Olive oil expert Johnny Madge has been traveling with the team from YouTube hit Pasta Grannies as they gather recipes and stories from the heart of olive oil country. He shares some thoughts on life, grannies and olive oil…
I have been very lucky to be involved in the extraordinary Pasta Grannies project over the last few months. Although you could say that it was olive oil that brought us together when Vicky Bennison (the creator of Pasta Grannies) invited me to make a video about olive oil, my work with Pasta Grannies has taken me into a fascinating world of people and history. We meet some of the most extraordinary women, with stories that I will never forget. Of course, the pasta making is fascinating, and filming them is an important way of creating an archive of techniques that, like rare animals, are becoming extinct. But the lives of these women are what inspire me most of all.
One of the most memorable stories is that of Concettina, 101 years old, in Calabria. Just before the war she married a man who, to judge from the old blurred photographs, was film star glamorous. Fifteen days later he was in Albania with the Italian army. The weather was viciously cold and he got very serious frost bite in his legs and was left by the army in the snow. Local Albanians took pity on him and got him into hospital where they amputated both legs. He was taken back to Concettina and they had seven children.
We always ask the grannies how, according to them, they got to such an impressive age. Concettina, like nearly all the other women, told us it was work that kept her healthy: work in the fields and work looking after her husband and seven children. But I have the feeling that there is a type: a woman with a spirit and energy that powers her through life—and which you can still see in their eyes.
While watching the women in their kitchens I am always paying attention to how they use olive oil and, if possible, tasting to see what their oil is like. This I have to do with tact; as a trained olive oil taster and judge, I know that I am applying a particular set of standards. On the last Pasta Grannies trip I was involved in we were in Liguria. I knew that olive oil was going to be big because this is the land of pesto genovese: basil, garlic, pine nuts, cheese and, of course, olive oil.
There are many purists out there, particularly on social media, who will pontificate about “the only proper way” to make this and that and they would be shocked to find that pesto in Liguria can be made in all sorts of ways—even with cream!—and certainly not always with a pestle and mortar but usually with a blender.
But the olive oil is always there and mostly it is Ligurian oil which is traditionally mild. Using a grassy, bitter and pungent oil—more characteristic of Tuscany, Umbria and Puglia—would be difficult with the leafy character of the basil. So an oil made from olives picked a little riper is a good idea for pesto.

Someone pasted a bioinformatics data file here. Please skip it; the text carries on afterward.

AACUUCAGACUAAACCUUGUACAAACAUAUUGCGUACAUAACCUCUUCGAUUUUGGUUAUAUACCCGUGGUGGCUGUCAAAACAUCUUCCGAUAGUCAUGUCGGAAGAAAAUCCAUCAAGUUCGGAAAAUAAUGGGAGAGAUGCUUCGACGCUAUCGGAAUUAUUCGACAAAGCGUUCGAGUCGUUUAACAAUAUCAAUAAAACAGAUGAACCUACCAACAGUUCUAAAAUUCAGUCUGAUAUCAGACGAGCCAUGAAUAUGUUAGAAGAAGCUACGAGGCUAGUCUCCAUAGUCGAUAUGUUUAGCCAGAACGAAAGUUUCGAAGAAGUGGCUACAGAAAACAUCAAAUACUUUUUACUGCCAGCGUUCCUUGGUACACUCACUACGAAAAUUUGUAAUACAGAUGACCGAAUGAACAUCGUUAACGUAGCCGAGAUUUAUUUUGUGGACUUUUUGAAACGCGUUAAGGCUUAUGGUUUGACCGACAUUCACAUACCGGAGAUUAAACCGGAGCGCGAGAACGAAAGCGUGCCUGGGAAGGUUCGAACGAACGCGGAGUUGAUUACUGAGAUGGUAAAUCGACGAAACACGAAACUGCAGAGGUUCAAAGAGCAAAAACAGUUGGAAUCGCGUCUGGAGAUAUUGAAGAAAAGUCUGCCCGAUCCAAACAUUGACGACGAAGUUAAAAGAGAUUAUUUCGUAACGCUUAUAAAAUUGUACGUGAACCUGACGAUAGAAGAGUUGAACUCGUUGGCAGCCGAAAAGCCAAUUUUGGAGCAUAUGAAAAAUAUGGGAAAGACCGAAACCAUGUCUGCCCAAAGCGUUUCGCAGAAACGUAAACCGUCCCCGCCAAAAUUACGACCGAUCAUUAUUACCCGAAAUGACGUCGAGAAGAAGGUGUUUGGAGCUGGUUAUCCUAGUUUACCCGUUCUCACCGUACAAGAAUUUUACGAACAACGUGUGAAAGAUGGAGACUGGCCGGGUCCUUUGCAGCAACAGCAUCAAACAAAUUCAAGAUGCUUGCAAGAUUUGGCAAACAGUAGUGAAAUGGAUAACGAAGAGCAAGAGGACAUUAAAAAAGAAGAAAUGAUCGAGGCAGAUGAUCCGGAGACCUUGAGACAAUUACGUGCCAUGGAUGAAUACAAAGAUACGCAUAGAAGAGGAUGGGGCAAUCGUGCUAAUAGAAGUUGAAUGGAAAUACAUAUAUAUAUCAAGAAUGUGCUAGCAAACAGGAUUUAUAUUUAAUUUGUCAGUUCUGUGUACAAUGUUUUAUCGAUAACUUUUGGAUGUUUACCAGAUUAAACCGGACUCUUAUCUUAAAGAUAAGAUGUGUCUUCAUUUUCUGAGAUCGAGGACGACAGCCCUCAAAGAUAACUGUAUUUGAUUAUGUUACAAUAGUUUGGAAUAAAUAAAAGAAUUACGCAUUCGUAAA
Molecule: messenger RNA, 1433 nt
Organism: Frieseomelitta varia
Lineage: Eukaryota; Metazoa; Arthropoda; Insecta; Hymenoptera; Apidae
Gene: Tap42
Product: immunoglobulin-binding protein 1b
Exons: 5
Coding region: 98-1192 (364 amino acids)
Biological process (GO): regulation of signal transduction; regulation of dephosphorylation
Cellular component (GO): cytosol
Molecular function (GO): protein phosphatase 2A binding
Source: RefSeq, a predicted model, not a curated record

Having said this, however, I noticed that when I could discreetly taste their oils, much of the time the oil had that characteristic smell and taste of black olive paste. It is not offensive in a pesto but in an official taste panel assessment or a competition, would be considered "fusty." In other words, the olive oil has an odor that results from fermentation in the olives before they are made into oil.
As I drove my van up and down steep hills past the terraced olive groves and their dry stone walls—so characteristic of Liguria and the Cinque Terre in particular—I explained to the others in the van that the nets you see still hanging in the trees make harvesting the olives so much easier. In most areas of Italy people will spread their nets under the trees as they work their way through the groves but in such an extreme landscape as this, that would be very labor intensive.
Therefore, in Liguria many people simply hang meters and meters of nets under the trees to be opened up as the olives ripen so that the fruit can fall into the nets. Every now and then, they come through the grove and tip the olives off into crates. You might say that the olives are not so much picked as picked up. This means that when they get into the mill they are not as fresh as they might be and the resulting oil has that characteristic smell of fermentation that we get in some types of table olives.
In some areas just over the border from Liguria in France this characteristic tapenade smell and taste is very popular and there are French producers who intentionally ferment their late-picked, black olives to make Fruité Noir olive oil. This olive oil is prized for use on truffles, game and mushrooms. As they know that the oil has the defect which we call fusty—the smell and taste of olive paste or a jar of black olives—they, quite rightly, don’t call the oil extra virgin but Vierge (virgin) because, being officially defective, it should not be called extra virgin olive oil. This is honest labeling, labeling that respects and promotes a tradition which the people of Provence love.
I did manage to taste a handful of the oils that the women were using and often found they had this characteristic which, as I said, is fine in pesto. As the troupe filmed the women, my ‘job’ was often to chat to the other members of the family, often men. I would ask them where the olive oils came from and how they were made. Just occasionally a family would tell me proudly that their oil was made from olives that went straight into the mill every day. Although these were still harvested quite late to produce pleasant, softer oils, they made fresh, fruity oils—delicious in pesto but also great poured into those deep dimples in focaccia genovese.